Monday memo #6: Doctors

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Each day The Browser recommends five or six of the best pieces of writing that we can find anywhere online. The more diverse the better.

The Monday Memo reverses that approach. It brings together four pieces of outstanding writing with a common theme.

This week: Doctors

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A Night In A&E: The Doctor’s Story (
Anonymous | Guardian | 8th January 2015

Doctor's diary of a night shift in a British emergency room. "The last four patients to arrive by ambulance were drunk. Very, very drunk. They’re taking up cubicles and nursing staff. One of the drunk patients is shouting and swearing. He urinates all over the floor. It’s upsetting for the family of the dying cancer patient next door. They should be spending these last days together in a hospice, but all the hospices are full" (2,056 words)
Confessions Of An Emergency Room Doctor (
Brian Drummond | The Conversation | 10th September 2013

"I spend a lot of time conversing with patients in unusual positions: upside down, talking to their backs, or during an invasive pelvic or rectal exam. But it’s all very matter-of-fact – like an art appraiser or a farmer inspecting sheep. We’re more hands on than other doctors – we often don’t have the luxury of knowing the patents beforehand. Much as I love hearing stories, the information patients often want to share isn’t always what I need." (1,100 words)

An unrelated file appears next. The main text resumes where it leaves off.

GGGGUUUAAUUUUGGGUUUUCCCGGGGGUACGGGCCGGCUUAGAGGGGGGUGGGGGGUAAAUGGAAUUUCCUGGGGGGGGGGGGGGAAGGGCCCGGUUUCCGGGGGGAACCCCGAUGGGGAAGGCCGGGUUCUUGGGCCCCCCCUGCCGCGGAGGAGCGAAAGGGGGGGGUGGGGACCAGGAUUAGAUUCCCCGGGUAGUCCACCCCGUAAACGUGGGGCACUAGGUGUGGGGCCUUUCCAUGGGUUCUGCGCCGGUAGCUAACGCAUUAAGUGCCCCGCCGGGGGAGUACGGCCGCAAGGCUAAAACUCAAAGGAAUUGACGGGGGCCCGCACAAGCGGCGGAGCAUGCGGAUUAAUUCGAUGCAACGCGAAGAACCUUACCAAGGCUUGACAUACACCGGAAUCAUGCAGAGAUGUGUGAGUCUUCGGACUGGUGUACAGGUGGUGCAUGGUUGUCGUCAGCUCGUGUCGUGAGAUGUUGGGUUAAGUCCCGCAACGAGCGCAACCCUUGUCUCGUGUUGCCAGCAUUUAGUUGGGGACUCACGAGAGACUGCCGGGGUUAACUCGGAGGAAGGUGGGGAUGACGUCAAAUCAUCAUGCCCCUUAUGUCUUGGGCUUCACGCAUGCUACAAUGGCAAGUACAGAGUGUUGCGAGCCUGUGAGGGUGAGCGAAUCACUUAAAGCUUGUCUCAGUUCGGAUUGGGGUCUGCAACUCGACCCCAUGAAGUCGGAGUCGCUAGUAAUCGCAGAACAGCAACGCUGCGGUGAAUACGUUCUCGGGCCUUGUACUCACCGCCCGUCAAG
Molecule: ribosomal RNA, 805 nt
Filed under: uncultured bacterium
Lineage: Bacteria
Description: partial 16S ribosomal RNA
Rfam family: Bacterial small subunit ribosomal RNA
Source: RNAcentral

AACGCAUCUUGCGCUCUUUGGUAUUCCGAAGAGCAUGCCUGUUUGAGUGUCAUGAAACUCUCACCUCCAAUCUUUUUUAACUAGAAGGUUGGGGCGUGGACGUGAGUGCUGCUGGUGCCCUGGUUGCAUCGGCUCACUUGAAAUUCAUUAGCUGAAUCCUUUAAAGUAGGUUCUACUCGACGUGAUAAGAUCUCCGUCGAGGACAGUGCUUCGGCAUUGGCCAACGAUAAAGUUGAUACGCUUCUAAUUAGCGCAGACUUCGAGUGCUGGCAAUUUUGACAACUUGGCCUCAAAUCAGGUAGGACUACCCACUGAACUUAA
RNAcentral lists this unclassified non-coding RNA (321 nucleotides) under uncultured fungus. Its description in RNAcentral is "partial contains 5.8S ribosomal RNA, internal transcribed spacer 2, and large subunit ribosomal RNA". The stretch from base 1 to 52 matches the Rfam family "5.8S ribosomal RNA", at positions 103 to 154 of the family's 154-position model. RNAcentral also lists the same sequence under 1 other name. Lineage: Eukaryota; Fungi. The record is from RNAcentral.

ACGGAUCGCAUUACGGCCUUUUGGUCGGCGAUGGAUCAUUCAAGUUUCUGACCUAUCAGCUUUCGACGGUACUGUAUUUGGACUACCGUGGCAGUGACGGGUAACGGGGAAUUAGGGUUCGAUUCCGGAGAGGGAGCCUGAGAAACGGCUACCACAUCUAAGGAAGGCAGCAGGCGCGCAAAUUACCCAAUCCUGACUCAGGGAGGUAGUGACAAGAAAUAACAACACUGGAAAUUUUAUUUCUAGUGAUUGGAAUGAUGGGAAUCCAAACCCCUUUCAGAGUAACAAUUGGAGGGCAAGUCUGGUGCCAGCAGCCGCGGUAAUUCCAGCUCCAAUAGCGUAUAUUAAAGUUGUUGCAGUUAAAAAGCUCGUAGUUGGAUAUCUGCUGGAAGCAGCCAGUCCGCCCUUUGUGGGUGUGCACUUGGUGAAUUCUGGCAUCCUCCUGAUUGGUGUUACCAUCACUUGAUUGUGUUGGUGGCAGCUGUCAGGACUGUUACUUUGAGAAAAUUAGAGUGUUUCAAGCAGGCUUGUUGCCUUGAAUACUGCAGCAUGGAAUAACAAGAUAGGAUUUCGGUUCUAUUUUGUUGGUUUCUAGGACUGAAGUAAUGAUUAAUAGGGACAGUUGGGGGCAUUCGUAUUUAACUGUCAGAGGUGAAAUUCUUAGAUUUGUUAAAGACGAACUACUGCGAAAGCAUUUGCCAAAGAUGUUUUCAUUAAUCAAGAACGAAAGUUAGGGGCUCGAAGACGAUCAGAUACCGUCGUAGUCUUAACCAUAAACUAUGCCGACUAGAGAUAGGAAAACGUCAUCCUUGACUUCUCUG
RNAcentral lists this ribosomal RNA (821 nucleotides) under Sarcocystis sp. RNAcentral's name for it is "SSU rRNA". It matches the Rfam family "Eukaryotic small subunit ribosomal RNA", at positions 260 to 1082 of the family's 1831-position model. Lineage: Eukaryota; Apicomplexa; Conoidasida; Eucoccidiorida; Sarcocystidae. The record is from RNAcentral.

On Caring For The Elderly (
Karen Hitchcock | Monthly | 17th March 2015 | Metered paywall

If you are old and ill, you are probably a "multi-morbid" patient with several conditions competing to kill you, such that each hospital specialist will insist that you are another specialist's problem, until you end up with the "physician of last resort", the general medicine unit, where expectations are low. “If you fuck up, it’s not such a big deal ... so I guess the thinking goes that a lesser physician can do the job.” (2,240 words)
How Doctors Die (
Ken Murray | Zocalo | 4th December 2011

"Doctors die, too. And they don’t die like the rest of us. What’s unusual about them is not how much treatment they get compared to most Americans, but how little. For all the time they spend fending off the deaths of others, they tend to be fairly serene when faced with death themselves. They know exactly what is going to happen, they know the choices, and they generally have access to any sort of medical care they could want. But they go gently" (1,940 words)
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With best wishes,

Robert Cottrell, Editor
Duncan Brown, Publisher

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